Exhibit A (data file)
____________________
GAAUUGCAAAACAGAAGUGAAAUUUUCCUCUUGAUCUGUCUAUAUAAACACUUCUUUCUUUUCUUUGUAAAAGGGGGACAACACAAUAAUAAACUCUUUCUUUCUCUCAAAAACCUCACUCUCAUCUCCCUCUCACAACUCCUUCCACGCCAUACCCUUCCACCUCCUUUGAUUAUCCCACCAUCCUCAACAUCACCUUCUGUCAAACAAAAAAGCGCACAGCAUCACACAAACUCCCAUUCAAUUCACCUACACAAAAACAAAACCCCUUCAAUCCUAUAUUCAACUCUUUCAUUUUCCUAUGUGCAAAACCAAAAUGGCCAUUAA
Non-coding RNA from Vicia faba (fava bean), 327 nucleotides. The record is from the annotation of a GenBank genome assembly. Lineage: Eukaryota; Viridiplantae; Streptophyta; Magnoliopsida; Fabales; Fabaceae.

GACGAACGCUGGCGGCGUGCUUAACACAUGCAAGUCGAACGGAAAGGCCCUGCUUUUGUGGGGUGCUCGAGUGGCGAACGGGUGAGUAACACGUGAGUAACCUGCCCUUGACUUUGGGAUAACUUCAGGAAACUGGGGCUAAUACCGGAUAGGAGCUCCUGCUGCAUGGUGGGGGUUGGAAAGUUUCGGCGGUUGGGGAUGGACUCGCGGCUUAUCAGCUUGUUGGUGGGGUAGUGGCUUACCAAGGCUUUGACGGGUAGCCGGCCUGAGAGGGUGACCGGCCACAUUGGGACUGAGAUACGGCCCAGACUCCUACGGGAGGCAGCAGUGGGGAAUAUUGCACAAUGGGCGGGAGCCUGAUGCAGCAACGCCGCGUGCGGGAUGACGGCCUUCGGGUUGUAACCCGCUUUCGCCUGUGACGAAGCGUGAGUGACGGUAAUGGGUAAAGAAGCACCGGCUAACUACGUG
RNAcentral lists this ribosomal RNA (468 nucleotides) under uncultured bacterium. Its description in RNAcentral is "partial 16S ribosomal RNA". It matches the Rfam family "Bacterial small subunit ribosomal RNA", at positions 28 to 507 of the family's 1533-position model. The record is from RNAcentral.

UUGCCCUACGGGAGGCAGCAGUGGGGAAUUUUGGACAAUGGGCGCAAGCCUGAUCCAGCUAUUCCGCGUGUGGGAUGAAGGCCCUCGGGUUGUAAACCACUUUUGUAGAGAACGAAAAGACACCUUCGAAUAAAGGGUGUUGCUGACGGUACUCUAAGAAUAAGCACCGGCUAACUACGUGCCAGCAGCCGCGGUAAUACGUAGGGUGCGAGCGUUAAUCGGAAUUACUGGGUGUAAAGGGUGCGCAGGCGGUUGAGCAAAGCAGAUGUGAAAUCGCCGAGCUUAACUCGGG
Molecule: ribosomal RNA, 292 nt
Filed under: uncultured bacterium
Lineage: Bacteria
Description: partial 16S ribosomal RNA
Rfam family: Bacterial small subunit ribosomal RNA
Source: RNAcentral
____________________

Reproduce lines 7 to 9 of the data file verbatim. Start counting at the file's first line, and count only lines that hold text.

Filed under: uncultured bacterium
Lineage: Bacteria
Description: partial 16S ribosomal RNA